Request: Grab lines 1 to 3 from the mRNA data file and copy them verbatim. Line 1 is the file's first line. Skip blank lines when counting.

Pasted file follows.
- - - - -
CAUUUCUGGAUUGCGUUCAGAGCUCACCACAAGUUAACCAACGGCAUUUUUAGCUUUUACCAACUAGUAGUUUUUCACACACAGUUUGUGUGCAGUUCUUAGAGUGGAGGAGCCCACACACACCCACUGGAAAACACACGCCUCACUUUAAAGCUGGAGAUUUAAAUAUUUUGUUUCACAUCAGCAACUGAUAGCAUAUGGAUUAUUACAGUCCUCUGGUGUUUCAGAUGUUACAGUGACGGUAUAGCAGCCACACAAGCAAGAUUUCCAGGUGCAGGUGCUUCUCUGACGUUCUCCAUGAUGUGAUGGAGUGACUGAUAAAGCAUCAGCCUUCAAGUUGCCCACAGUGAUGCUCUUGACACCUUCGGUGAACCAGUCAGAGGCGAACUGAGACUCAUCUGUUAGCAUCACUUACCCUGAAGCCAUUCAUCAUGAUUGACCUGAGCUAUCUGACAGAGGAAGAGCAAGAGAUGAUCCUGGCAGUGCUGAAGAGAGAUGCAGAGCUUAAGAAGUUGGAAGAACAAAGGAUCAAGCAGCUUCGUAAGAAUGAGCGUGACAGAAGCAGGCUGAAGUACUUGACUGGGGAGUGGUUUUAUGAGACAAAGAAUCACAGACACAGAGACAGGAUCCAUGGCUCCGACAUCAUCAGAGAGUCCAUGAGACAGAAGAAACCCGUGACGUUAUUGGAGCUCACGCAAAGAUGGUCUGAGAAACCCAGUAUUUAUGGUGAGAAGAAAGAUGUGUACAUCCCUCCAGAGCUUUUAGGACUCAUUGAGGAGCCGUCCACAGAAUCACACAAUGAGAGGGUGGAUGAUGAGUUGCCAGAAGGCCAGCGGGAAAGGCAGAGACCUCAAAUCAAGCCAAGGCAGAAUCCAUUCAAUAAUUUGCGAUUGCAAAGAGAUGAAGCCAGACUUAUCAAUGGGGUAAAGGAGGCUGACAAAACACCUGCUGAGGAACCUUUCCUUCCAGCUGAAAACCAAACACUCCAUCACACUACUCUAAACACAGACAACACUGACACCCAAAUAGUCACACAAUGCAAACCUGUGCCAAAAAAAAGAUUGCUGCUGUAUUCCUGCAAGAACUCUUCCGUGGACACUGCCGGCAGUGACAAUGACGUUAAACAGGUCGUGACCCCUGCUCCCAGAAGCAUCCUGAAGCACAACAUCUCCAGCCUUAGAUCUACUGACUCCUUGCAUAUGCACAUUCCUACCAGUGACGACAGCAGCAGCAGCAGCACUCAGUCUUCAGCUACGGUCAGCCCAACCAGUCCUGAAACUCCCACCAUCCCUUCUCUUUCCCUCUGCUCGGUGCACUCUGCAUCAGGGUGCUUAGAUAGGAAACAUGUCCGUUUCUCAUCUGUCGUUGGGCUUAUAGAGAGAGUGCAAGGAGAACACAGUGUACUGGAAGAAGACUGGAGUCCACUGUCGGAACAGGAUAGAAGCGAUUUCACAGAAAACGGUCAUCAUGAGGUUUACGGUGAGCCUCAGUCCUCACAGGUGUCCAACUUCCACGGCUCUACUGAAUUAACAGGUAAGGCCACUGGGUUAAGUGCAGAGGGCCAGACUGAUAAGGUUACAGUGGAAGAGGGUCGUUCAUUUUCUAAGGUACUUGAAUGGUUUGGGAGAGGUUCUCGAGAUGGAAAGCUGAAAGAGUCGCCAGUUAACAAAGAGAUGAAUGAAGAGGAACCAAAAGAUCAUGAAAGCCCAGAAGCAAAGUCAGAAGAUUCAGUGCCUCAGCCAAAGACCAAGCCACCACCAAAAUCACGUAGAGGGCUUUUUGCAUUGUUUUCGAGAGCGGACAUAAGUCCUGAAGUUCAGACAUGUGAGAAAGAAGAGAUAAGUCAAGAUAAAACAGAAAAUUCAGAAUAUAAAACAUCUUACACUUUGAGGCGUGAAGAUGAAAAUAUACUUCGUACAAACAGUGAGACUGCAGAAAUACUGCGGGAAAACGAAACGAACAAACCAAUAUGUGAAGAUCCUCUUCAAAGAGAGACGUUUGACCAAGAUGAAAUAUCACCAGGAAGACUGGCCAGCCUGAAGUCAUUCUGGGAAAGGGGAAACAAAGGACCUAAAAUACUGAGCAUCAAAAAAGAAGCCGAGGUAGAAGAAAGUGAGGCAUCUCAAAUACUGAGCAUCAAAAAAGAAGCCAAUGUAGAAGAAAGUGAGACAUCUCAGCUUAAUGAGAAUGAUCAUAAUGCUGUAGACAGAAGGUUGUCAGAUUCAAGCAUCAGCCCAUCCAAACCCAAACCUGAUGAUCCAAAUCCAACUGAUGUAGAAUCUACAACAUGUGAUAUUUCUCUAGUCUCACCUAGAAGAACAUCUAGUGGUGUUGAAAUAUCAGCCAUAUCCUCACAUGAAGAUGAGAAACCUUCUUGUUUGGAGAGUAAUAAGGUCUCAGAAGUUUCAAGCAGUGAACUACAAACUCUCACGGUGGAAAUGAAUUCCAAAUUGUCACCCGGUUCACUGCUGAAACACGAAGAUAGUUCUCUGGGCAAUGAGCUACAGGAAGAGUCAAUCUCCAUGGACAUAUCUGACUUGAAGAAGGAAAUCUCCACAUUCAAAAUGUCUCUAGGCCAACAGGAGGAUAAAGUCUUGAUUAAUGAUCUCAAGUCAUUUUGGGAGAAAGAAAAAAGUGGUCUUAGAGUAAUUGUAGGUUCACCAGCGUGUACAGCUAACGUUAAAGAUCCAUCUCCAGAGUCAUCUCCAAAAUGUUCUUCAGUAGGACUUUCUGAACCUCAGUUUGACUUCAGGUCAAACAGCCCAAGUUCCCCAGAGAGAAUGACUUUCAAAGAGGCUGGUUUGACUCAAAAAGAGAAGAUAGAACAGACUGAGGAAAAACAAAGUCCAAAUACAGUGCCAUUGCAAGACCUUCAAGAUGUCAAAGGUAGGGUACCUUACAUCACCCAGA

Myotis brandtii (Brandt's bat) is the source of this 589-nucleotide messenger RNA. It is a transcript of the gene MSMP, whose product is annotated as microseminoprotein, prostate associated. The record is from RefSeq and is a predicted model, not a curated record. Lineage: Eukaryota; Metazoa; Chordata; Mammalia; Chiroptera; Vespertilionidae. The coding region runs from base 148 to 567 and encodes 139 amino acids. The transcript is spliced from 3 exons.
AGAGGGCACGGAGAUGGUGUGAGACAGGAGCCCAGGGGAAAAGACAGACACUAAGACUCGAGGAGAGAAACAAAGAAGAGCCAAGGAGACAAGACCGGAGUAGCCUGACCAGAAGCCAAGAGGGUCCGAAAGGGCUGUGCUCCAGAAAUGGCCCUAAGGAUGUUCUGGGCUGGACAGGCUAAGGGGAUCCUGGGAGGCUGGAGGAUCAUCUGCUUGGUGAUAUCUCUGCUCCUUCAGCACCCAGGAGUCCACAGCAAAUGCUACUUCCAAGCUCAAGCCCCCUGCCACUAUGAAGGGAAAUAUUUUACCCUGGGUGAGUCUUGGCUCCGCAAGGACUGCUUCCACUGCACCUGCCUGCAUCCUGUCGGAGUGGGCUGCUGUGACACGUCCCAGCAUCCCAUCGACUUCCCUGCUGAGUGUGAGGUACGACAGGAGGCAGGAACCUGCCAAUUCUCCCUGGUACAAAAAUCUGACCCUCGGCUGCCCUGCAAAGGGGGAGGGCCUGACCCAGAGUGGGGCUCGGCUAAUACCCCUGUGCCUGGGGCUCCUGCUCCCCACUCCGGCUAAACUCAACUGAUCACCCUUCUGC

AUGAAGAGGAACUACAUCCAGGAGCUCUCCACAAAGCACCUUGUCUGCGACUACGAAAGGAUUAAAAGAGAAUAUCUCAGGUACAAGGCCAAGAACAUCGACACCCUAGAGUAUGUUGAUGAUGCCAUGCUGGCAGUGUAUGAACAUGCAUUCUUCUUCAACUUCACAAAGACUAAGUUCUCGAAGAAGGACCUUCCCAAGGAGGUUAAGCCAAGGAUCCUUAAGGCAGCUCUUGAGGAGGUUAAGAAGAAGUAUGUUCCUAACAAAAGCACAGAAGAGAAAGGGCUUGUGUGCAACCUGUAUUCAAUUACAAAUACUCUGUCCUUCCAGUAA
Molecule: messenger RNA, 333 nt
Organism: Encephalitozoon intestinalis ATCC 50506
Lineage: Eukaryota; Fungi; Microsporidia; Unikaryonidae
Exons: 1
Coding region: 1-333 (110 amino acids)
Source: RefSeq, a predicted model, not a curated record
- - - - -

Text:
CAUUUCUGGAUUGCGUUCAGAGCUCACCACAAGUUAACCAACGGCAUUUUUAGCUUUUACCAACUAGUAGUUUUUCACACACAGUUUGUGUGCAGUUCUUAGAGUGGAGGAGCCCACACACACCCACUGGAAAACACACGCCUCACUUUAAAGCUGGAGAUUUAAAUAUUUUGUUUCACAUCAGCAACUGAUAGCAUAUGGAUUAUUACAGUCCUCUGGUGUUUCAGAUGUUACAGUGACGGUAUAGCAGCCACACAAGCAAGAUUUCCAGGUGCAGGUGCUUCUCUGACGUUCUCCAUGAUGUGAUGGAGUGACUGAUAAAGCAUCAGCCUUCAAGUUGCCCACAGUGAUGCUCUUGACACCUUCGGUGAACCAGUCAGAGGCGAACUGAGACUCAUCUGUUAGCAUCACUUACCCUGAAGCCAUUCAUCAUGAUUGACCUGAGCUAUCUGACAGAGGAAGAGCAAGAGAUGAUCCUGGCAGUGCUGAAGAGAGAUGCAGAGCUUAAGAAGUUGGAAGAACAAAGGAUCAAGCAGCUUCGUAAGAAUGAGCGUGACAGAAGCAGGCUGAAGUACUUGACUGGGGAGUGGUUUUAUGAGACAAAGAAUCACAGACACAGAGACAGGAUCCAUGGCUCCGACAUCAUCAGAGAGUCCAUGAGACAGAAGAAACCCGUGACGUUAUUGGAGCUCACGCAAAGAUGGUCUGAGAAACCCAGUAUUUAUGGUGAGAAGAAAGAUGUGUACAUCCCUCCAGAGCUUUUAGGACUCAUUGAGGAGCCGUCCACAGAAUCACACAAUGAGAGGGUGGAUGAUGAGUUGCCAGAAGGCCAGCGGGAAAGGCAGAGACCUCAAAUCAAGCCAAGGCAGAAUCCAUUCAAUAAUUUGCGAUUGCAAAGAGAUGAAGCCAGACUUAUCAAUGGGGUAAAGGAGGCUGACAAAACACCUGCUGAGGAACCUUUCCUUCCAGCUGAAAACCAAACACUCCAUCACACUACUCUAAACACAGACAACACUGACACCCAAAUAGUCACACAAUGCAAACCUGUGCCAAAAAAAAGAUUGCUGCUGUAUUCCUGCAAGAACUCUUCCGUGGACACUGCCGGCAGUGACAAUGACGUUAAACAGGUCGUGACCCCUGCUCCCAGAAGCAUCCUGAAGCACAACAUCUCCAGCCUUAGAUCUACUGACUCCUUGCAUAUGCACAUUCCUACCAGUGACGACAGCAGCAGCAGCAGCACUCAGUCUUCAGCUACGGUCAGCCCAACCAGUCCUGAAACUCCCACCAUCCCUUCUCUUUCCCUCUGCUCGGUGCACUCUGCAUCAGGGUGCUUAGAUAGGAAACAUGUCCGUUUCUCAUCUGUCGUUGGGCUUAUAGAGAGAGUGCAAGGAGAACACAGUGUACUGGAAGAAGACUGGAGUCCACUGUCGGAACAGGAUAGAAGCGAUUUCACAGAAAACGGUCAUCAUGAGGUUUACGGUGAGCCUCAGUCCUCACAGGUGUCCAACUUCCACGGCUCUACUGAAUUAACAGGUAAGGCCACUGGGUUAAGUGCAGAGGGCCAGACUGAUAAGGUUACAGUGGAAGAGGGUCGUUCAUUUUCUAAGGUACUUGAAUGGUUUGGGAGAGGUUCUCGAGAUGGAAAGCUGAAAGAGUCGCCAGUUAACAAAGAGAUGAAUGAAGAGGAACCAAAAGAUCAUGAAAGCCCAGAAGCAAAGUCAGAAGAUUCAGUGCCUCAGCCAAAGACCAAGCCACCACCAAAAUCACGUAGAGGGCUUUUUGCAUUGUUUUCGAGAGCGGACAUAAGUCCUGAAGUUCAGACAUGUGAGAAAGAAGAGAUAAGUCAAGAUAAAACAGAAAAUUCAGAAUAUAAAACAUCUUACACUUUGAGGCGUGAAGAUGAAAAUAUACUUCGUACAAACAGUGAGACUGCAGAAAUACUGCGGGAAAACGAAACGAACAAACCAAUAUGUGAAGAUCCUCUUCAAAGAGAGACGUUUGACCAAGAUGAAAUAUCACCAGGAAGACUGGCCAGCCUGAAGUCAUUCUGGGAAAGGGGAAACAAAGGACCUAAAAUACUGAGCAUCAAAAAAGAAGCCGAGGUAGAAGAAAGUGAGGCAUCUCAAAUACUGAGCAUCAAAAAAGAAGCCAAUGUAGAAGAAAGUGAGACAUCUCAGCUUAAUGAGAAUGAUCAUAAUGCUGUAGACAGAAGGUUGUCAGAUUCAAGCAUCAGCCCAUCCAAACCCAAACCUGAUGAUCCAAAUCCAACUGAUGUAGAAUCUACAACAUGUGAUAUUUCUCUAGUCUCACCUAGAAGAACAUCUAGUGGUGUUGAAAUAUCAGCCAUAUCCUCACAUGAAGAUGAGAAACCUUCUUGUUUGGAGAGUAAUAAGGUCUCAGAAGUUUCAAGCAGUGAACUACAAACUCUCACGGUGGAAAUGAAUUCCAAAUUGUCACCCGGUUCACUGCUGAAACACGAAGAUAGUUCUCUGGGCAAUGAGCUACAGGAAGAGUCAAUCUCCAUGGACAUAUCUGACUUGAAGAAGGAAAUCUCCACAUUCAAAAUGUCUCUAGGCCAACAGGAGGAUAAAGUCUUGAUUAAUGAUCUCAAGUCAUUUUGGGAGAAAGAAAAAAGUGGUCUUAGAGUAAUUGUAGGUUCACCAGCGUGUACAGCUAACGUUAAAGAUCCAUCUCCAGAGUCAUCUCCAAAAUGUUCUUCAGUAGGACUUUCUGAACCUCAGUUUGACUUCAGGUCAAACAGCCCAAGUUCCCCAGAGAGAAUGACUUUCAAAGAGGCUGGUUUGACUCAAAAAGAGAAGAUAGAACAGACUGAGGAAAAACAAAGUCCAAAUACAGUGCCAUUGCAAGACCUUCAAGAUGUCAAAGGUAGGGUACCUUACAUCACCCAGA

Myotis brandtii (Brandt's bat) is the source of this 589-nucleotide messenger RNA. It is a transcript of the gene MSMP, whose product is annotated as microseminoprotein, prostate associated. The record is from RefSeq and is a predicted model, not a curated record. Lineage: Eukaryota; Metazoa; Chordata; Mammalia; Chiroptera; Vespertilionidae. The coding region runs from base 148 to 567 and encodes 139 amino acids. The transcript is spliced from 3 exons.
AGAGGGCACGGAGAUGGUGUGAGACAGGAGCCCAGGGGAAAAGACAGACACUAAGACUCGAGGAGAGAAACAAAGAAGAGCCAAGGAGACAAGACCGGAGUAGCCUGACCAGAAGCCAAGAGGGUCCGAAAGGGCUGUGCUCCAGAAAUGGCCCUAAGGAUGUUCUGGGCUGGACAGGCUAAGGGGAUCCUGGGAGGCUGGAGGAUCAUCUGCUUGGUGAUAUCUCUGCUCCUUCAGCACCCAGGAGUCCACAGCAAAUGCUACUUCCAAGCUCAAGCCCCCUGCCACUAUGAAGGGAAAUAUUUUACCCUGGGUGAGUCUUGGCUCCGCAAGGACUGCUUCCACUGCACCUGCCUGCAUCCUGUCGGAGUGGGCUGCUGUGACACGUCCCAGCAUCCCAUCGACUUCCCUGCUGAGUGUGAGGUACGACAGGAGGCAGGAACCUGCCAAUUCUCCCUGGUACAAAAAUCUGACCCUCGGCUGCCCUGCAAAGGGGGAGGGCCUGACCCAGAGUGGGGCUCGGCUAAUACCCCUGUGCCUGGGGCUCCUGCUCCCCACUCCGGCUAAACUCAACUGAUCACCCUUCUGC